Disability rights advocate Sif Holst on the importance of nurturing everyone’s potential as we build strategies to recover from the pandemic.
“If we truly are to build back better after the pandemic, we must activate our resources to empower each other and develop our skills.”
The pandemic has affected us all, striking hard at some of the most vulnerable communities and individuals. “Now is the time to build back better,” is the message from world leaders. Though I agree, I fear that these same world leaders will too soon forget vulnerable groups again.
The groups society undervalues – women leaders and caretakers, women from different ethnic and social backgrounds, women with disabilities — hold the potential to see new solutions, offering another way of doing things. We witness this on World Pulse, in this community of strong women from around the world with diverse lived experiences. We see how much we all have to offer.
I am a woman with a disability, a rare connective tissue disorder called Ehlers-Danlos Syndrome. As the vice-chair of Disabled People’s Organisations Denmark and a candidate for the UN Committee on the Rights of Persons with Disabilities, I see how society treats women with disabilities as a group with nothing to contribute. If we are even considered for a job, it is usually an unskilled, low-income job. When society sees you as worthless and denies you opportunities, you often become even more vulnerable and dependent on others.
Why do we keep undermining our society this way? How can we achieve our potential as a society if we discard up to half of our population as less-than? If we see disability as a sign of weakness, we miss the tremendous power and strength of people with disabilities. We’ve overcome barrier after barrier, developing skills, and cultivating resilience. How can we achieve our potential if those around us don’t believe in us, especially when we doubt ourselves?
Across the world, too many people with disabilities have experienced a loss of income and job stability. In the United States, officials estimate that close to 1 million people with disabilities lost their jobs during the first months of the pandemic. From March to April 2020, the number of employed working-age people with disabilities fell by 20%, while the number of employed working-age people without disabilities decreased by 14%. The pandemic has interrupted support services such as personal assistance, sign language interpretation, and psychosocial support.
COVID-19 also spurred a substantial increase in domestic violence against women. France has registered an increase of 30% on reports of domestic violence, and we know that women with disabilities are up to 10 times more likely to experience sexual violence than women without disabilities. The pandemic affected many health and rehabilitation services, limiting women’s access to help and treatment.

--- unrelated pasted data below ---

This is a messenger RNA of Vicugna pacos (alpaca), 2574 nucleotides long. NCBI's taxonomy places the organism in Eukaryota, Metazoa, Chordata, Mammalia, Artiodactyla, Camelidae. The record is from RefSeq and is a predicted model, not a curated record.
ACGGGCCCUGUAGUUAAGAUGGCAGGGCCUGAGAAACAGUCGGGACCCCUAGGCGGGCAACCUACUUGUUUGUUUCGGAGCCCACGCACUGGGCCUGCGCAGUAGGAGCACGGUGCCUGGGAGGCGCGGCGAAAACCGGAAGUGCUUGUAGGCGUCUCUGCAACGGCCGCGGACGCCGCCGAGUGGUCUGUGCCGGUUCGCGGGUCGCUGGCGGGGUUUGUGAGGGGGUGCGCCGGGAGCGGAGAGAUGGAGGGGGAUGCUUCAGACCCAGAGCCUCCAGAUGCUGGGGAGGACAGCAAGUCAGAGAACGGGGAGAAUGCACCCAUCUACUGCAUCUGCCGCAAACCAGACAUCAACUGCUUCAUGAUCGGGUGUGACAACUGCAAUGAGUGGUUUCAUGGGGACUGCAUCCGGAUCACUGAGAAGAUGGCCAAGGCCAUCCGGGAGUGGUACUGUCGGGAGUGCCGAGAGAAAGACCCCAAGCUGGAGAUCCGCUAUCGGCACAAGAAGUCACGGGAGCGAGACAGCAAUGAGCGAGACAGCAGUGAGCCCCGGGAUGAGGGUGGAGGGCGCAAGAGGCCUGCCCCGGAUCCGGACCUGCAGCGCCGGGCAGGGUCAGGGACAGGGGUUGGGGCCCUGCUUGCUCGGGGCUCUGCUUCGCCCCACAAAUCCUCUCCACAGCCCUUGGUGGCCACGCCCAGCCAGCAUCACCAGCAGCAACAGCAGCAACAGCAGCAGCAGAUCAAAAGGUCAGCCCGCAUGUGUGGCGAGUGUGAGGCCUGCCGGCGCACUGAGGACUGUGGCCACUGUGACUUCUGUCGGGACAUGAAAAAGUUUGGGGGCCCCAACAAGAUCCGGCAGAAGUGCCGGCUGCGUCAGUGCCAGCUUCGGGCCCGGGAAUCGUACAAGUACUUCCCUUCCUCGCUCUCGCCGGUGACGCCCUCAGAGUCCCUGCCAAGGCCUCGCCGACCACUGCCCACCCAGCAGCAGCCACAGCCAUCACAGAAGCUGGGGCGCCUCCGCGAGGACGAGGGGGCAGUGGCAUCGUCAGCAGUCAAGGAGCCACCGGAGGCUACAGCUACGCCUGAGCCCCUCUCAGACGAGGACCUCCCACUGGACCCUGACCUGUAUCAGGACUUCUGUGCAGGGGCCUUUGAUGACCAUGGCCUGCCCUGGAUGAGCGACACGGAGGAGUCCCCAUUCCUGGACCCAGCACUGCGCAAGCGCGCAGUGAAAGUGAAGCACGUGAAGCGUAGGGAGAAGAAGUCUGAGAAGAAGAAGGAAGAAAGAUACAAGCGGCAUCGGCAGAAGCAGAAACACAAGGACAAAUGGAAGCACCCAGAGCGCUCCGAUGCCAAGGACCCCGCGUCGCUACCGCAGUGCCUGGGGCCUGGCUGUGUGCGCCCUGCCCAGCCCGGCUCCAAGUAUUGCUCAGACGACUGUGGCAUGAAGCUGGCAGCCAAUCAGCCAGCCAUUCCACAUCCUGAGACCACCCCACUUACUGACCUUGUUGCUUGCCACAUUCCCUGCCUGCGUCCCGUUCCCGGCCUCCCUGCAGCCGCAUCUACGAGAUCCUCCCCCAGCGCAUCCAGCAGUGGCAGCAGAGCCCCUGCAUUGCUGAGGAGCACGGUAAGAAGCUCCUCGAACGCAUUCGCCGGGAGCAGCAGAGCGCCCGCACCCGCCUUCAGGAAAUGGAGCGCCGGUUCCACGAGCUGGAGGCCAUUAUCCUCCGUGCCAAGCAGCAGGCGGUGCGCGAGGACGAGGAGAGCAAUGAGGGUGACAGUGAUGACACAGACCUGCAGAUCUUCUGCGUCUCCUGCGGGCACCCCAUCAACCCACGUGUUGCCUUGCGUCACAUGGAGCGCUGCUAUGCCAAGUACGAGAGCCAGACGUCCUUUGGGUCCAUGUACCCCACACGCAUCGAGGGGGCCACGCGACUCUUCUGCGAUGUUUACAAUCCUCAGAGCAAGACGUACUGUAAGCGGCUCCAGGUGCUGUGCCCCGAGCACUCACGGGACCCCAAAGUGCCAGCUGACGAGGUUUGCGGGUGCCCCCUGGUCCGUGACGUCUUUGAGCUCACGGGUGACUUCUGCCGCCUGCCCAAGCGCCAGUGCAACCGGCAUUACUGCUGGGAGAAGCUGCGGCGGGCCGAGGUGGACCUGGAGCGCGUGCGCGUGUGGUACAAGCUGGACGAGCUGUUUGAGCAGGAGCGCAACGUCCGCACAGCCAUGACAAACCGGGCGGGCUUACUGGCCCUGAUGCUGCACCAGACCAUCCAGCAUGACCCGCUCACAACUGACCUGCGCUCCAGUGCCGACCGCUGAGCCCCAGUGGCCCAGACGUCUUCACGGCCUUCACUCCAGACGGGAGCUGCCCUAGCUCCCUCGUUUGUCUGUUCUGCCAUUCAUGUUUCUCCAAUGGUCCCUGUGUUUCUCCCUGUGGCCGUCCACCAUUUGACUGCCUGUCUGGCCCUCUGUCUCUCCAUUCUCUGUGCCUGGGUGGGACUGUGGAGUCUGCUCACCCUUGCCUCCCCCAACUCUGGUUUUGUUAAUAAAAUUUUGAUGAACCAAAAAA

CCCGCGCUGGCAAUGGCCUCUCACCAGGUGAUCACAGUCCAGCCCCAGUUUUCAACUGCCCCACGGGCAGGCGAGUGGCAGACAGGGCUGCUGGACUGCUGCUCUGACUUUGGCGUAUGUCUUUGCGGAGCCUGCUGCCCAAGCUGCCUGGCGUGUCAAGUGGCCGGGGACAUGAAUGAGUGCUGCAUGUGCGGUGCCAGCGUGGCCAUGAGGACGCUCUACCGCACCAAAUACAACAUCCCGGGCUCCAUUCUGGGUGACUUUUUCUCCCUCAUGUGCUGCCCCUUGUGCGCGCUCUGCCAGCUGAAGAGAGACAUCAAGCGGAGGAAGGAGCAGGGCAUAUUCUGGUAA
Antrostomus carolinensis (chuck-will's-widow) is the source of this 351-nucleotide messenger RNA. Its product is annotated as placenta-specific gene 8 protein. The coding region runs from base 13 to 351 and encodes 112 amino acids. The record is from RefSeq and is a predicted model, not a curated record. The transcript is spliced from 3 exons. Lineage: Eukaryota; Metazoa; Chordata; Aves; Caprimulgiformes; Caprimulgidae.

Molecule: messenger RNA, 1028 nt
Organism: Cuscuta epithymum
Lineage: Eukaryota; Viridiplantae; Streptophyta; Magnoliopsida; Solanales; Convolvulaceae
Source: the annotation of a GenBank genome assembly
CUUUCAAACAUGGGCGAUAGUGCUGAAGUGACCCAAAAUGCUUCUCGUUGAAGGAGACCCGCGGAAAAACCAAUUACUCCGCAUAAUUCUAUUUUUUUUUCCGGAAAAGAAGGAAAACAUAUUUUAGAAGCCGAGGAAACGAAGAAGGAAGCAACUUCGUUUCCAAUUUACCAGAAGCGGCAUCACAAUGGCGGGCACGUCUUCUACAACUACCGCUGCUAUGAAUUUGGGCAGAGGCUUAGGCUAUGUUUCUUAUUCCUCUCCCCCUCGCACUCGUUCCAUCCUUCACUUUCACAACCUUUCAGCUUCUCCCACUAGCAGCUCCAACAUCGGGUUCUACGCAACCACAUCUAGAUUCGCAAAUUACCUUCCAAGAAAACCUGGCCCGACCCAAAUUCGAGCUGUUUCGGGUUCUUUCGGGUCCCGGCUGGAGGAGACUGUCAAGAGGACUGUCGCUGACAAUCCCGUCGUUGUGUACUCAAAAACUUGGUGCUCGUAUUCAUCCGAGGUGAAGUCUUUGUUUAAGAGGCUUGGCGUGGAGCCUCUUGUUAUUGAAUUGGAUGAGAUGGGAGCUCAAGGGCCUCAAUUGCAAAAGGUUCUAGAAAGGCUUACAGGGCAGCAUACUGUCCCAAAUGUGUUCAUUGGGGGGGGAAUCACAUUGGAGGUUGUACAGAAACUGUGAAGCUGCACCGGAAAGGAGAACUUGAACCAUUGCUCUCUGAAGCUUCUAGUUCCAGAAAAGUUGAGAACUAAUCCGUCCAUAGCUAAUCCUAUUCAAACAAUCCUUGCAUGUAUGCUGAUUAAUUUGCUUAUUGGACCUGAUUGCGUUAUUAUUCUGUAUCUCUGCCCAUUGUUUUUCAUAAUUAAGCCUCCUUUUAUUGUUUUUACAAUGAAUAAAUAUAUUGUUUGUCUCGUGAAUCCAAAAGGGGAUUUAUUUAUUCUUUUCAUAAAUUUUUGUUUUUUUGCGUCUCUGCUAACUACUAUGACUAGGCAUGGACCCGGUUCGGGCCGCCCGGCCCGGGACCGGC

We need to empower each other, not tear each other down. We need to see each other’s potential and nurture it with passion. We must insist on believing, supporting, and nurturing each other.
One way of empowering is to listen to each other and to help each other access resources, such as training and mentoring. The “old boys network” has long been the secret weapon of many men. Women should create and support each other in their own more diverse networks. Another important issue is to show women from diverse backgrounds as role models, experts, and leaders. Insist on “no woman, no panel” and “no diversity, no panel” policies when setting the scene for a discussion or event.
The Valuable 500 is a global movement putting disability on the business agenda. The movement argues that more than 1.3 billion people are living with a disability and if you consider our connections, we have a potential market of $8 trillion. These companies want to employ persons with disabilities because they can learn from employees with disabilities, innovating, re-designing, and strengthening their communication with accessible tools and broader representation. It is a matter of common sense, and it’s good for business.
The same holds true for so many other marginalized groups in our society. If we truly are to build back better after the pandemic, we must activate our resources to empower each other and develop our skills. We need the opportunity to prove our potential.
We all have those dark days full of doubt and loneliness, where we stop believing. If we are to build back better, we must build a community where we know that there is someone who believes in us — someone who has been in the same darkness and yet has found a path forward, someone who is ready to stand with us.
I believe in empowering with passion — individuals and, through them, society. And I believe that we can only do this together. This is how we build back better following the pandemic.
This story was published as part of World Pulse's Story Awards program. We believe every woman has a story to share, and that the world will be a better place when women are heard. Share your story with us, and you could receive added visibility, or even be our next Featured Storyteller! Learn more.